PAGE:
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Reducing silver ingot to useable sizes


#1

Hi Orchidians,

Last year I acquired a bar of fine silver (which had been purchased
as an investment during the boom back in the '80s). This bar/ingot
weighs 86 oz. Its big and heavy.

Can anyone suggest how to reduce the ingot to useable sizes. I
normally alloy my own Sterling in quantities up to 20 - 30 grams at a
time (handheld crucible and propane torch.) Cutting chunks off the
"brick" with a hacksaw is not only time consuming but has the
potential of contaminating the metal and can be very wasteful as a
hacksaw produces a lot of sawdust or “lemel” which is not all
recoverable. I don’t really need a $1300 paperweight… any
suggestions?

John Bowling


#2

If it’s serialised ( like Englehard bars, or other manufacturers bars
containing an identifiable number and date- in some cases) rather
than trying to cut it with a heavy dutty slitter, or reinforced
cut-off wheel into usable pieces that can be rolled out, I would send
it off to Hoover&strong- in the case of traceble bars, they don’t
need to assay for the content- and you can just exchange it for the
mill products you want at this time, or have a cheque cut and sent,
or put a portion of the value (based on the spot price the day they
receive it) into an account for you and the materials you want now
sent out…Leave tackling a hefty bar like that to those with the
equipment, or buy an ingot mould - the type that allows for pouring
rods, and roll from there. If you have access to a machinist shop you
may find that they have heavy duty shears tht can reduce the block
into usable sizes too…all-in-all from what you are describing and
your needs, better to send it in, while silver is still high in the
market price, and draw upon the credit you will receive frm
hoover&Strong- (or any number of firms), that way, you don’t loose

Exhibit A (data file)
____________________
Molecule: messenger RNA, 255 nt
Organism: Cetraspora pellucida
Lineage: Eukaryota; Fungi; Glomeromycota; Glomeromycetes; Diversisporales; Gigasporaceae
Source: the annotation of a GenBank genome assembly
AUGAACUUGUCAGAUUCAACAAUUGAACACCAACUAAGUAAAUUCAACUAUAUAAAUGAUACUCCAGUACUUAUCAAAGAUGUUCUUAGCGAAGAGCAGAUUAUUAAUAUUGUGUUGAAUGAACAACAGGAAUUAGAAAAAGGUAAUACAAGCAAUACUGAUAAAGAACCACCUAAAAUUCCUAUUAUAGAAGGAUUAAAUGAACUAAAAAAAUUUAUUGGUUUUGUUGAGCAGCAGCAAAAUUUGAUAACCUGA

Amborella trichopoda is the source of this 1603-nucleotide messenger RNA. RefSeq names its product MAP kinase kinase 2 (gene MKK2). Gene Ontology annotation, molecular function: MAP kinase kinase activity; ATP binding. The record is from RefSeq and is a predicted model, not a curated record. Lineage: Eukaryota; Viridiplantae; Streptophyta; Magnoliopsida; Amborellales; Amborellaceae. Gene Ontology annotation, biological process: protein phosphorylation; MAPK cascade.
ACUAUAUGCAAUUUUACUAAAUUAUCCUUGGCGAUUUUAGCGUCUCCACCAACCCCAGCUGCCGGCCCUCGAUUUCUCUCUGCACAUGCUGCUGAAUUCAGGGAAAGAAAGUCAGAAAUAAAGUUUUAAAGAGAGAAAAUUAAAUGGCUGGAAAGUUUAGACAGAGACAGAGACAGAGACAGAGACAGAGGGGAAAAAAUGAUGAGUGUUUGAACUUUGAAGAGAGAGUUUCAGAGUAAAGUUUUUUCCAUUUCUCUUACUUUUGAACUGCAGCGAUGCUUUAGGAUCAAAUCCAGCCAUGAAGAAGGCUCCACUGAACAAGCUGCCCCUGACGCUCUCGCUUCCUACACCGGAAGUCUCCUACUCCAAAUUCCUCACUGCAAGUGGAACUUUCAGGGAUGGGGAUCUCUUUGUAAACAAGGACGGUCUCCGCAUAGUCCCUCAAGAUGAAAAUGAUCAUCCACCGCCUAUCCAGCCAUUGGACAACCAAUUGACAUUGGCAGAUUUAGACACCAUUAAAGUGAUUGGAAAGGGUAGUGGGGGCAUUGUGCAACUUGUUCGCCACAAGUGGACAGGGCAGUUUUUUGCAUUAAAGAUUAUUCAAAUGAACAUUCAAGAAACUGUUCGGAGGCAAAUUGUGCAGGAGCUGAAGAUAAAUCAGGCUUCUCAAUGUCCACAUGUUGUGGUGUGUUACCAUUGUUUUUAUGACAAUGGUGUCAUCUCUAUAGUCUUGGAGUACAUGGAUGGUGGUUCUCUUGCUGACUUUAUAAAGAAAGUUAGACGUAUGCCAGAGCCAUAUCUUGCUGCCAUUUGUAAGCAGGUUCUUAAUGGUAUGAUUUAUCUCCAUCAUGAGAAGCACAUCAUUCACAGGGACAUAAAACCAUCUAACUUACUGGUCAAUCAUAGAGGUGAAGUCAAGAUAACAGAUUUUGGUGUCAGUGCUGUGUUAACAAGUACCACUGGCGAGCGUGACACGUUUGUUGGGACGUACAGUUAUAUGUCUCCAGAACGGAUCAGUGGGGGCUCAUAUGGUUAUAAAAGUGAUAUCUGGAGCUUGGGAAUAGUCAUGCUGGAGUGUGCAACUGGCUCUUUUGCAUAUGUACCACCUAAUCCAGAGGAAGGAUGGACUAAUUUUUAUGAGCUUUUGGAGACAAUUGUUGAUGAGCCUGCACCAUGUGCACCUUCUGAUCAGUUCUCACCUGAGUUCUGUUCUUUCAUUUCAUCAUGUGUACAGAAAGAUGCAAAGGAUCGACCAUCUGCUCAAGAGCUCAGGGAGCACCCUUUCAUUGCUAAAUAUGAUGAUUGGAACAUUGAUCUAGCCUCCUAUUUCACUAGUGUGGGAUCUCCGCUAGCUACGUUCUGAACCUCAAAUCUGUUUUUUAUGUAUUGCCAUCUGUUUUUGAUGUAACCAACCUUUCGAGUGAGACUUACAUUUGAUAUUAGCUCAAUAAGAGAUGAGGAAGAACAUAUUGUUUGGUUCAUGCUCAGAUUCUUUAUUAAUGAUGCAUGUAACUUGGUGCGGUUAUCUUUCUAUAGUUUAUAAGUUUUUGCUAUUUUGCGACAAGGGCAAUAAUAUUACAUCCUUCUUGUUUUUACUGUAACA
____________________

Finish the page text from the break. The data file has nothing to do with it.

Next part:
value but gain a long time asset and the potential to order a wide
variety of findings as well s mill products that aren’t all fine
silver… I don’t know who told you the lemel is of no value- it goes
for the same spot price (minus 10-20% depending on the dealer you
choose) when turning it in for refining,and contamination removal
is as eaay (in what it sounds like you are doing) as passing a
magnet ove rthe dust pikle to remove the broken saw teeth and other
ferrous bits that may have gotten into the pile generated when you
saw it into chunks…You can also remove the contaminants with itric
acid. However, carefully collecting the dust immediately after sawing
should leave no time for contaminants to set in…and a melt with a
stir of a carbon or graphite rod will also remove any impurities that
appear on the molten metal’s surface…rer


#3

Trade it to any of the metal suppliers for an equivalent amount of
sheet, wire, shot etc. in sizes you use. Much less wasteful and
easier on you. You will have to cover the milling costs but still
probably a better use of your time than trying to alloy and mill
that much metal.

Jim

James Binnion
@James_Binnion
James Binnion Metal Arts


360-756-6550


#4

John,

Do you have a crucible or melting pot large enough for the ingot? If
so, get a really big bucket of cold water (like a quench bucket
that’s really clean). Melt the ingot in the crucible, then pour
slowly into the water, keeping the torch on the molten metal the
whole time you’re pouring. You’ll get wonderful “casting grain” out
of the pour. Just pour the water through a fine mesh sieve which will
leave the grain.

Then you can proceed as usual with measuring and alloying or pouring
into smaller ingots that can be rolled out… or whatever you
normally do with them.

Hope this helps!

Karen Goeller
No Limitations Designs
Hand-made, one-of-a-kind jewelry


#5
Do you have a crucible or melting pot large enough for the ingot?
If so, get a really big bucket of cold water (like a quench bucket
that's really clean). Melt the ingot in the crucible, then pour
slowly into the water, keeping the torch on the molten metal the
whole time you're pouring. You'll get wonderful "casting grain"
out of the pour. Just pour the water through a fine mesh sieve
which will leave the grain. 

Unless he has a melting furnace he is not going to be able to melt
that large an ingot. Certainly not with a studio torch maybe with a
large industrial rosebud torch. It is 7 troy pounds of silver for
goodness sake it has a volume of slightly more than one fluid cup
measure (9 fl oz)

James Binnion
@James_Binnion
James Binnion Metal Arts


360-756-6550